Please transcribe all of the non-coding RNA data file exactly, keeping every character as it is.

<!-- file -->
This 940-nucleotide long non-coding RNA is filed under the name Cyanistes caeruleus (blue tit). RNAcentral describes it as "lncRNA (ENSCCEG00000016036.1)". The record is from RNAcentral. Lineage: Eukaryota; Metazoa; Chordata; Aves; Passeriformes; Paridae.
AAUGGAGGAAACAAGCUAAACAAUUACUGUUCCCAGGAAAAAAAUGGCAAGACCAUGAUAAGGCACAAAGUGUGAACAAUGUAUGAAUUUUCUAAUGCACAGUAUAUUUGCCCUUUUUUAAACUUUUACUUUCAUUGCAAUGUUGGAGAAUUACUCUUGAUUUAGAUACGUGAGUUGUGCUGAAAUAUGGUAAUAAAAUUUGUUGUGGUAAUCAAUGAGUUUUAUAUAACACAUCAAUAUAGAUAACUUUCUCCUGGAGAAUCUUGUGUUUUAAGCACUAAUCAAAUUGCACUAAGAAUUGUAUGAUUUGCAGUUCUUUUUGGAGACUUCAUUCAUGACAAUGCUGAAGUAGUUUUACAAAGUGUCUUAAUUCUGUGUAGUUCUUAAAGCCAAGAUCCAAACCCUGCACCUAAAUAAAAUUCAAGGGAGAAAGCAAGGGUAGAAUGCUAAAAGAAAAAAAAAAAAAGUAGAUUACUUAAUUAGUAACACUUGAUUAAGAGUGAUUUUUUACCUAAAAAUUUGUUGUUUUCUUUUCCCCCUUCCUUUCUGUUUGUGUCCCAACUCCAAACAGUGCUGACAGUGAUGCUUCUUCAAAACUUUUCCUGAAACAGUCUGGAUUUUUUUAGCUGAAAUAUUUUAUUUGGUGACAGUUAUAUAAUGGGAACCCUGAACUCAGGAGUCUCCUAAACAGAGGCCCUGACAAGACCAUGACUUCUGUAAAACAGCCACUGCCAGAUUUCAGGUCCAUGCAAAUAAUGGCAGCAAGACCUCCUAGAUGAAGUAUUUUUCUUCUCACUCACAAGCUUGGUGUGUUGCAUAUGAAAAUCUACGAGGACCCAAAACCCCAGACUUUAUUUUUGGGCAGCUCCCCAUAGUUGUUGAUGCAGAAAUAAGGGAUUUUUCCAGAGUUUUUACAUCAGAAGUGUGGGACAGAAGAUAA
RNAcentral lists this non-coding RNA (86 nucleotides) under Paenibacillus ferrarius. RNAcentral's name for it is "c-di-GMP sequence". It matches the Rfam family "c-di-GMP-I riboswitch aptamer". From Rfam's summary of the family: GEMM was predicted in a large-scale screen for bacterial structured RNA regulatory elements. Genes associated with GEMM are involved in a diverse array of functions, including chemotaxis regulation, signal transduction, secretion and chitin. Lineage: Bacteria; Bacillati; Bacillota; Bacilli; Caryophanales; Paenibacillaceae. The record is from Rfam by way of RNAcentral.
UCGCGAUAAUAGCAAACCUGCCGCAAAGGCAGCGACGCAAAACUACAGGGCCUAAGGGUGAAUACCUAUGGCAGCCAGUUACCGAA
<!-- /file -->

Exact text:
This 940-nucleotide long non-coding RNA is filed under the name Cyanistes caeruleus (blue tit). RNAcentral describes it as "lncRNA (ENSCCEG00000016036.1)". The record is from RNAcentral. Lineage: Eukaryota; Metazoa; Chordata; Aves; Passeriformes; Paridae.
AAUGGAGGAAACAAGCUAAACAAUUACUGUUCCCAGGAAAAAAAUGGCAAGACCAUGAUAAGGCACAAAGUGUGAACAAUGUAUGAAUUUUCUAAUGCACAGUAUAUUUGCCCUUUUUUAAACUUUUACUUUCAUUGCAAUGUUGGAGAAUUACUCUUGAUUUAGAUACGUGAGUUGUGCUGAAAUAUGGUAAUAAAAUUUGUUGUGGUAAUCAAUGAGUUUUAUAUAACACAUCAAUAUAGAUAACUUUCUCCUGGAGAAUCUUGUGUUUUAAGCACUAAUCAAAUUGCACUAAGAAUUGUAUGAUUUGCAGUUCUUUUUGGAGACUUCAUUCAUGACAAUGCUGAAGUAGUUUUACAAAGUGUCUUAAUUCUGUGUAGUUCUUAAAGCCAAGAUCCAAACCCUGCACCUAAAUAAAAUUCAAGGGAGAAAGCAAGGGUAGAAUGCUAAAAGAAAAAAAAAAAAAGUAGAUUACUUAAUUAGUAACACUUGAUUAAGAGUGAUUUUUUACCUAAAAAUUUGUUGUUUUCUUUUCCCCCUUCCUUUCUGUUUGUGUCCCAACUCCAAACAGUGCUGACAGUGAUGCUUCUUCAAAACUUUUCCUGAAACAGUCUGGAUUUUUUUAGCUGAAAUAUUUUAUUUGGUGACAGUUAUAUAAUGGGAACCCUGAACUCAGGAGUCUCCUAAACAGAGGCCCUGACAAGACCAUGACUUCUGUAAAACAGCCACUGCCAGAUUUCAGGUCCAUGCAAAUAAUGGCAGCAAGACCUCCUAGAUGAAGUAUUUUUCUUCUCACUCACAAGCUUGGUGUGUUGCAUAUGAAAAUCUACGAGGACCCAAAACCCCAGACUUUAUUUUUGGGCAGCUCCCCAUAGUUGUUGAUGCAGAAAUAAGGGAUUUUUCCAGAGUUUUUACAUCAGAAGUGUGGGACAGAAGAUAA
RNAcentral lists this non-coding RNA (86 nucleotides) under Paenibacillus ferrarius. RNAcentral's name for it is "c-di-GMP sequence". It matches the Rfam family "c-di-GMP-I riboswitch aptamer". From Rfam's summary of the family: GEMM was predicted in a large-scale screen for bacterial structured RNA regulatory elements. Genes associated with GEMM are involved in a diverse array of functions, including chemotaxis regulation, signal transduction, secretion and chitin. Lineage: Bacteria; Bacillati; Bacillota; Bacilli; Caryophanales; Paenibacillaceae. The record is from Rfam by way of RNAcentral.
UCGCGAUAAUAGCAAACCUGCCGCAAAGGCAGCGACGCAAAACUACAGGGCCUAAGGGUGAAUACCUAUGGCAGCCAGUUACCGAA